Published by EH.Net (November 2019)

Robert E. Wright, Financial Exclusion: How Competition Can Fix a Broken System. Great Barrington, MA: American Institute for Economic Research, 2019. xii + 454 pp. $18 (paperback), ISBN: 978-1-63-069170-7.
Reviewed for EH.Net by Kenneth A. Snowden, Department of Economics, University of North Carolina Greensboro and Thomas B. Storrs, Department of History, University of Virginia.

Robert E. Wright promises a book about “financial exclusion, discrimination, and predation” with the goal of persuading readers “via an historical narrative informed by economic theory” that competition — especially competitive forces generated by “self-help” financial organizations that arise from within poorly-served groups — rather than centralized regulation is the time tested strategy to ameliorate the ills he documents (p. 1). He delivers a breathtakingly comprehensive (928 footnotes!) compendium of secondary literature and novel primary research of his own on various groups’ exclusion from the financial system. Wright’s solution, to encourage the entry of more and “better” suppliers of credit to serve the excluded, will persuade some and at least give pause to those more inclined to search for more traditional regulatory solutions to financial exclusion. This is a new perspective on a well-worn debate but Wright’s unique contribution is to base his recommendations on a synthetic history of financial exclusion that displays Wright’s unusual facility to explain and integrate econometric studies, economic theory, archival research, and a plethora of additional corners of academia. Financial Exclusion: How Competition Can Fix a Broken System will ably serve readers seeking an introduction to the history of unequal provision of financial services in the United States and scholars in need of a well-organized repository of secondary literature.

After an introduction, Wright provides an overview of the U.S. financial system over the history of the nation, which he invites readers conversant in the area to skip. They should not. The author calls this survey a “whitewashed” account since it does not cover discriminatory financial exclusion, but it effectively lays the groundwork for that examination which comprises the remainder of the volume by providing a concise, yet effective history of the evolution of small business credit, consumer finance, mortgage lending, and investment and insurance services within the U.S. economy. The account will be accessible to all readers, but even specialists in financial history will appreciate its breadth, detail and literacy. The chapter is not designed, however, as an organizing template for the next four chapters that lay out discrimination against African Americans, Native Americans, “White Trash,” and women, respectively. This structure effectively compartmentalizes a sprawling subject matter into discussions of specific groups. But it is left to the reader to integrate and compare the exclusion they have faced, and continue to face, in the distinct components of the financial markets so effectively described in the second chapter.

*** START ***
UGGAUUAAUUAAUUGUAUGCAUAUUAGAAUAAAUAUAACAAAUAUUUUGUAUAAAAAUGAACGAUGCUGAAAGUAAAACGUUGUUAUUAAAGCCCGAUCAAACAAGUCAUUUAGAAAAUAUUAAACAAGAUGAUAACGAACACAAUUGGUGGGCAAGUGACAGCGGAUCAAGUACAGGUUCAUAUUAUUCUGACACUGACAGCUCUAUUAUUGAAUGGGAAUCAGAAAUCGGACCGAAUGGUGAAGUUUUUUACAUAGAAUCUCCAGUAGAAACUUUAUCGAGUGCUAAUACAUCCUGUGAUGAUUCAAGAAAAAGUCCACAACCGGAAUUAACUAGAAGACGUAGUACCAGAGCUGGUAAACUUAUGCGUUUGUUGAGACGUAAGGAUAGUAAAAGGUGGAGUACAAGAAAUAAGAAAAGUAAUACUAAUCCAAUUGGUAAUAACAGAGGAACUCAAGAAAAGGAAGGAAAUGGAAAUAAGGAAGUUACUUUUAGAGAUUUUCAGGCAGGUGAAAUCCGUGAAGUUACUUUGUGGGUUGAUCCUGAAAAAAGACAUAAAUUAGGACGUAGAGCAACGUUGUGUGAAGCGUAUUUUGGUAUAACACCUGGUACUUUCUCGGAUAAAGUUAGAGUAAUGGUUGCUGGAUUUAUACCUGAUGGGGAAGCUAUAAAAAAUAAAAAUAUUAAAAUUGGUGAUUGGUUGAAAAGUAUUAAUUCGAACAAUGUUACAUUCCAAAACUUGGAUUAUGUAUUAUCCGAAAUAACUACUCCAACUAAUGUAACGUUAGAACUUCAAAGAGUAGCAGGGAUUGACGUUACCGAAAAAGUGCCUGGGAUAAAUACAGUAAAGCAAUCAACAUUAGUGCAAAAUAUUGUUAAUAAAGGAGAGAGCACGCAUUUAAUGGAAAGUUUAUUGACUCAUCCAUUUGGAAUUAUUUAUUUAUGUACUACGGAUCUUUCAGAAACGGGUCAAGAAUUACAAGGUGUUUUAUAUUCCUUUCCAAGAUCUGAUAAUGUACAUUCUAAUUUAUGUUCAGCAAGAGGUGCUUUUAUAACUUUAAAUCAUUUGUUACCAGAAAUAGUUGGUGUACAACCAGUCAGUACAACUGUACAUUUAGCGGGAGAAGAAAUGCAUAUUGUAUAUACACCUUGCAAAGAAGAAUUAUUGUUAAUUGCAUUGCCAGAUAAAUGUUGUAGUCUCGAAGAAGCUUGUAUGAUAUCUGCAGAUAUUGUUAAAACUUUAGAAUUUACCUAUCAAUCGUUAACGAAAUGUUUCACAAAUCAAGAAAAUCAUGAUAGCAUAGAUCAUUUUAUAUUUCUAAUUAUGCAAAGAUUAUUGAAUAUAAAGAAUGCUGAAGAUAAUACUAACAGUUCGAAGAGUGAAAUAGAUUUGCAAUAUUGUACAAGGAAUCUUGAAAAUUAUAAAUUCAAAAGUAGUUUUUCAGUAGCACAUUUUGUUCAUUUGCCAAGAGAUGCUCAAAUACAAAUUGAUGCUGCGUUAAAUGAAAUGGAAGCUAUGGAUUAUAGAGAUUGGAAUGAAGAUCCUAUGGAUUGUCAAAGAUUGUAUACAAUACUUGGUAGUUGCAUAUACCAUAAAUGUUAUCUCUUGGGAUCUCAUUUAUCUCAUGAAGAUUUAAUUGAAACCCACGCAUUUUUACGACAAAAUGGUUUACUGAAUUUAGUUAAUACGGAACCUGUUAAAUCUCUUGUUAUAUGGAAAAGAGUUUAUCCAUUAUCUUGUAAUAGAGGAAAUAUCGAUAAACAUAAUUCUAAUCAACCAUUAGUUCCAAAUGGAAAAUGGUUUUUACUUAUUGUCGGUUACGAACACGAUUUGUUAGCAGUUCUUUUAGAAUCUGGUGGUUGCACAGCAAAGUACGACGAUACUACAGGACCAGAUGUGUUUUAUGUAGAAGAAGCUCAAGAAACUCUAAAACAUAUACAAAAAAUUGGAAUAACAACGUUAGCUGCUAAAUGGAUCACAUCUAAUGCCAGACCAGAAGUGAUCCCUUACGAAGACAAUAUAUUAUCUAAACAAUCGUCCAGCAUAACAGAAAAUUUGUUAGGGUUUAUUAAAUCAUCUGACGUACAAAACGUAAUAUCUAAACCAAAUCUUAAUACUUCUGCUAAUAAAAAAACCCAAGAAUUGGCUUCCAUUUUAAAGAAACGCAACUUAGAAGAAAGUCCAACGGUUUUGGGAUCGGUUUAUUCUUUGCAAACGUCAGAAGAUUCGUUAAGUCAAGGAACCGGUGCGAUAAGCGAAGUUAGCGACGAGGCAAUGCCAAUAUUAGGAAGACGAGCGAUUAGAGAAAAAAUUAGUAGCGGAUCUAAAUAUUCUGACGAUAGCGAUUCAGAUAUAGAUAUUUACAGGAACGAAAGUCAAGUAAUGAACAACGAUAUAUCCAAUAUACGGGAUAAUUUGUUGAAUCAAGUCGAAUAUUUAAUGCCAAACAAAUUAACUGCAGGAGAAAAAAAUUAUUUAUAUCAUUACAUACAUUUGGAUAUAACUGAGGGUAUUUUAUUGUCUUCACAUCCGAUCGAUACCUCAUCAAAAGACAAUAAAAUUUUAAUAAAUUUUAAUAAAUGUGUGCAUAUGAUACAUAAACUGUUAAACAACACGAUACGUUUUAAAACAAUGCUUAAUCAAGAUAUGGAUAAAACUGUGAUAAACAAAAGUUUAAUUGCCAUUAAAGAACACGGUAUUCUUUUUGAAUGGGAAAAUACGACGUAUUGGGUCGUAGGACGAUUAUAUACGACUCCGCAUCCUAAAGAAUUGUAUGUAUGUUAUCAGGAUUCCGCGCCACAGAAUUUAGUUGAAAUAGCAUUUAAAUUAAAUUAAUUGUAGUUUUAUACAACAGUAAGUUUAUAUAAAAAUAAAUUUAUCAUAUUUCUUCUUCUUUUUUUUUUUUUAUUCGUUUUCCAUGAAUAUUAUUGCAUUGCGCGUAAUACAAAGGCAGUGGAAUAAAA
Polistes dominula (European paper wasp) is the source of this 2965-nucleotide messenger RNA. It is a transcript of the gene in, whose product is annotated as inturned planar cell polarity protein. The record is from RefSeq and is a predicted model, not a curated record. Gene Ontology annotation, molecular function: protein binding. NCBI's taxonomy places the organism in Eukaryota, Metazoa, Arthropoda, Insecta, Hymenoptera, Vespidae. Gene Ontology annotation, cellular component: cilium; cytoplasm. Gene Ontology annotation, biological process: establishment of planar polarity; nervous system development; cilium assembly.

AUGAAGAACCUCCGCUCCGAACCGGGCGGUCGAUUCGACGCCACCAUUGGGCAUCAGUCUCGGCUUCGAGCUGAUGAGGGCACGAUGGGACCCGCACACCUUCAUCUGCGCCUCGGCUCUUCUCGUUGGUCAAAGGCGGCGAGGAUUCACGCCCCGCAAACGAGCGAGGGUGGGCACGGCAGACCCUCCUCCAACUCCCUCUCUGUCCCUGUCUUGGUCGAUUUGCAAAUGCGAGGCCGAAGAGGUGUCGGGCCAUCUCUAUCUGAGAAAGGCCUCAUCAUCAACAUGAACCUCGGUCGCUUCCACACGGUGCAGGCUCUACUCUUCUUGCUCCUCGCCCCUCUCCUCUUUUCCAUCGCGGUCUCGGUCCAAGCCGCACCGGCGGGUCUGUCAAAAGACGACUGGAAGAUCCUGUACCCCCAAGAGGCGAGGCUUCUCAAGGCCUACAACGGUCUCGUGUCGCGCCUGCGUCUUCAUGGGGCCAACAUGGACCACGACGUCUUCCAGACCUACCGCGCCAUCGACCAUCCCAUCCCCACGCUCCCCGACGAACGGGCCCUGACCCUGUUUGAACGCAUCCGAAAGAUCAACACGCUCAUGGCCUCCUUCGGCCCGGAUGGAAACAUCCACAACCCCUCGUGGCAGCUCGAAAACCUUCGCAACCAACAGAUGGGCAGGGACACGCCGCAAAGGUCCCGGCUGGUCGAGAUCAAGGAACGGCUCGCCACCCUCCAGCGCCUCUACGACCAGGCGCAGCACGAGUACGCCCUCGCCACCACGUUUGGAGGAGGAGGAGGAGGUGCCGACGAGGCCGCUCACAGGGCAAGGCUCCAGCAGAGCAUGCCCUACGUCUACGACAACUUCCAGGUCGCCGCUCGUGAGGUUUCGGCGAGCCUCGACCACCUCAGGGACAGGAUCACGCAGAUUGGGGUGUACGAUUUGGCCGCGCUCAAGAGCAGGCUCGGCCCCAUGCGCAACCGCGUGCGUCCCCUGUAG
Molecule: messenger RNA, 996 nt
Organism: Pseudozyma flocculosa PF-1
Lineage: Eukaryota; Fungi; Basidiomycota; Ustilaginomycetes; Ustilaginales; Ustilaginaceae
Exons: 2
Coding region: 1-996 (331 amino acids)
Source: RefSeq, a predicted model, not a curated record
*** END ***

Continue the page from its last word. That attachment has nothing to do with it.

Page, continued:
Chapter three, “Yet Enslaved: African-Americans Fight Jim Crow Finance,” tracks the depressing history of blacks’ interactions with the financial system as they were “excluded as slaves, largely excluded as quasi-slaves, and blatantly discriminated against as second-class citizens” until “loans became easy to procure, far too easy” (p. 85). Wright trudges through the well-trodden ground of literature on redlining with some skepticism as to specific findings while building an incontrovertible synthesis of African American’s financial exclusion throughout most of the twentieth century. Wright then pivots from “subtle discrimination” to “voracious predation” via subprime loans to African Americans that banks began offering as a result of the Community Reinvestment Act in the 1990s. Wright, as with all the discriminated against groups, recounts evidence as well of resilience and agency within the African American community to overcome barriers to economic progress.

In chapter four, Wright turns from the well known to the almost forgotten story of American Indians’ relationship, or more often lack thereof, with the financial system. This novel focus on the First Peoples of America respects Natives’ agency and posits their pre-Columbian propensity to “truck, barter and exchange,” while at the same time documenting the vast array of impediments foisted upon them by Euro-American government and society. This chapter drives home the point that research focusing on the black-white racial dyad neglects important pieces of American history. In chapter five, Wright transitions to “White Trash.” Wright’s at times provocative diction is on full display in this chapter and is certainly effective in grabbing the reader’s attention. Nonetheless, he makes an effective case that lower-class whites have suffered both financial predation and exclusion throughout American history. His section on the downsides of mobile home ownership — immobility, chattel financing, shoddy construction, lack of deductibility for interest payments — lacks appreciation of the possibility that the “white trash” occupants improved their circumstances by moving into a trailer park. The perfect becomes the enemy of the better.